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Wednesday, April 14, 2004

Mas: a delightful surprise


Dinner Monday night was at a new restaurant called Mas. I'm not kidding you when I said new—it was opended only ten days prior.

The name of restaurant is French for a farmhouse, but the only thing in the modern yet warm dining room that could be remotely connected with a farm, French or otherwise, was the decidedly “barnyard” nose on the '90 Chateau de Beaucastel I had at the end of the meal.

We were seated much later than our reservation time, but Joe, Stefany, Peter and I were having so much fun chatting, not to mention sipping the champagne (Gimmonet's NV champagne) that the gracious staff kept pouring in our glasses, we were hardly bothered. By the time we made it to our table, I was already a bit tipsy from the fizz.

The restaurant and, particularly, the chef, Galen Zamarra, was highly recommended to me by Daniel, who worked with Galen at Bouley. So, we all decided to let Galen cook for us. What a wonderful meal it turned out to be.

foodphotos/Mas_4_14_04_tuna foodphotos/Mas_4_14_04_squid foodphotos/Mas_4_14_04_scallop foodphotos/Mas_4_14_04_squab foodphotos/Mas_4_14_04_cheese foodphotos/Mas_4_14_04_nage foodphotos/Mas_4_14_04_dessert

Joe, who was the wine expert at the table, gave the wine list an approving nod and ordered a fantastic Sancerre to start. The Sancerre was 2002 Pascal Cotat, from Les Montes Damnés, which, according to Joe, was in Chavignol, a small hamlet of Sancerre. It was his favorite sauvignon blanc, and it was indeed wonderful.

We began with a nice amuse of mussels in a creamy saffron sauce. A very nice start.

The second course was tuna, which was served rare, thinly sliced and served with a warm citrus vinaigrette. Sprinkled on top of the tuna were some crispy fried shallots and fresh micro greens. It was lovely. The fish was very fresh and ever so slightly seared by the warm and tangy vinaigrette. Peter was the only one at the table who didn't really like it, finding the taste a bit too assertive. I thought the sharp tang was a perfect start for the meal.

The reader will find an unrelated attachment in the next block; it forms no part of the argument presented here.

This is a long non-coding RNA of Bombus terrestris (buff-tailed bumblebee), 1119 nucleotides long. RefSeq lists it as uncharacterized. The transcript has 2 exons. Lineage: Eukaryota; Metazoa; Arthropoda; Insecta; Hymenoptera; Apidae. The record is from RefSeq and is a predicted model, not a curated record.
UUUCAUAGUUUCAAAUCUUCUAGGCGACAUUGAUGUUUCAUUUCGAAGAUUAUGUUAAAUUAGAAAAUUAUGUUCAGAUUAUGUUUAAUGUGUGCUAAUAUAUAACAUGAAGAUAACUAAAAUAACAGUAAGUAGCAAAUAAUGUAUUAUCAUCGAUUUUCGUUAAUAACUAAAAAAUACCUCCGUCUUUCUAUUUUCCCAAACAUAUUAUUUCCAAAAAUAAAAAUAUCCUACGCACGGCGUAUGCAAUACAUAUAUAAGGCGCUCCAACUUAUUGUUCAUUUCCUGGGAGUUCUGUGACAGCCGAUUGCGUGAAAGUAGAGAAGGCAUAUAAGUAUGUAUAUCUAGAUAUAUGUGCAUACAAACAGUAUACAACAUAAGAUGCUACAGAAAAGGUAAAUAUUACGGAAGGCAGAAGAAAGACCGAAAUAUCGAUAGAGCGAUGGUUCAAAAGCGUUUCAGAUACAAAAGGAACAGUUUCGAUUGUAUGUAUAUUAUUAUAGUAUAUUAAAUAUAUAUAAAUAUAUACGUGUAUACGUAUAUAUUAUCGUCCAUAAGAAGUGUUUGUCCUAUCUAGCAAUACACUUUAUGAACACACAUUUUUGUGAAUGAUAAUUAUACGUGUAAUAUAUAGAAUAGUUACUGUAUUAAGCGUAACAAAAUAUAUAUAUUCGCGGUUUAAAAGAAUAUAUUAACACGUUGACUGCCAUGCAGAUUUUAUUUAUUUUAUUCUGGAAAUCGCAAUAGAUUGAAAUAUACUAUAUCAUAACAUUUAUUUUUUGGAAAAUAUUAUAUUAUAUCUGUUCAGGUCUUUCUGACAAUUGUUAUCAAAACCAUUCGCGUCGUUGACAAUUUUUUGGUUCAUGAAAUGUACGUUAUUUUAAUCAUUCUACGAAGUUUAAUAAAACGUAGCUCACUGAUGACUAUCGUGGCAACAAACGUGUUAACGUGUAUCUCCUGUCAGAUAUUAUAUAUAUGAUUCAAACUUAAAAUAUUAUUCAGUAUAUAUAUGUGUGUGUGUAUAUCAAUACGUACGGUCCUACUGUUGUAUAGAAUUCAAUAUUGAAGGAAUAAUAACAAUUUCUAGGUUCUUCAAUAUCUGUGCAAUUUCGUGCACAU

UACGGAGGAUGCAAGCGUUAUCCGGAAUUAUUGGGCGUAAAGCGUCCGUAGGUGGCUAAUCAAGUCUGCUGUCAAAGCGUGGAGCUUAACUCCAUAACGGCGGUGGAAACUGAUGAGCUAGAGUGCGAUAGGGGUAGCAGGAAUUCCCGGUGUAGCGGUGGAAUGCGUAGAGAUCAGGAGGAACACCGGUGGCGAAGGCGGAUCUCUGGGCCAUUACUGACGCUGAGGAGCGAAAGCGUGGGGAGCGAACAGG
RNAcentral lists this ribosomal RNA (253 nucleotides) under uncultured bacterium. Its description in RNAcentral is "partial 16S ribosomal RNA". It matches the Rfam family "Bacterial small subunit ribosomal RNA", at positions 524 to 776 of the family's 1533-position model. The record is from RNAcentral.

The next course was squid stuffed with wild salmon. The squid was perfectly prepared, sweet and just done. The salmon was cooked indirectly inside the squid hence remained almost rare, retaining the sweetness of the flesh. This was served with an herb emulsion sauce, which was almost inconsequential as the squid was already very flavorful on their own.

Next came a plate of diver scallop a top a salad of fresh Maine crab meat in a green almond, lime and tarragon sauce. This was marvelous. The scallop was absolutely fresh and sweet, and the fragrant sauce provided just the right level of acidity that accentuated the sweetness of the scallop even more. In Stefany's words, it simply “sings”.

Then, finally, the meat course. The first was squab baked in a clay mold with a bordelaise duck tart. The breast meat was extremely tender and flavorful, though the thigh was a little chewy. There was also pieces of the clay in which our squabs were baked. Luckily the extremely knowledgeable waitress warned us of it before we the hungry ghosts dug into them.

The second meat course was a lamb loin wrapped with wild ramp and artichoke cooked à la Barigoule. Before we ordered, a friend of Joe who sat at the next table told us to be sure to have the lamb. He was most definitely right. It was simply fantastic, so much so that I forgot to take a photo!

To accompany our meat dishes, our delightful Joe chose a bottle of Chevillon's 2001 Premier Cru “Les Cailles”. His friend also left us a couple of glasses of 1990 Chateau de Beaucastel, from Chateauneuf du Pape.

Before dessert, we had a very nice plate of cheese, served with a nice raisin brioche toast. Unfortunately I didn't take down the names of the cheeses, and by that time of night my brain was barely functioning, so, naturally, I don't remember any of them! They are local artisanal cheese from the East Coast, most of which I am entirely unfamiliar.

Finally it was time for dessert, we had two courses: a lovely vanilla ice cream served atop a “nage” of berries, and the second course of Stout ice cream with Port sauce, with a chocolate ganache cake. I love it all, but particularly the Stout ice cream, which was quite unusal. It was creamy and sweet, with the most pleasant bitterness that was identifiable as Stout. How wonderful. The restaurant also poured us a very nice dessert wine, a chardonnay ice (or freezer, rather) wine.

The scrumptious meal finally came to an end, at almost 2am. Galen came out to greet and say goodnight to us. Afterwards, somehow, I managed to stumble, half drunk and half asleep, back to my hotel in midtown, to catch a little nap before my early morning meeting the next day.

39 Downing St
(at Bedford Street)
New York, NY 10014
Phone: (212) 255-1790


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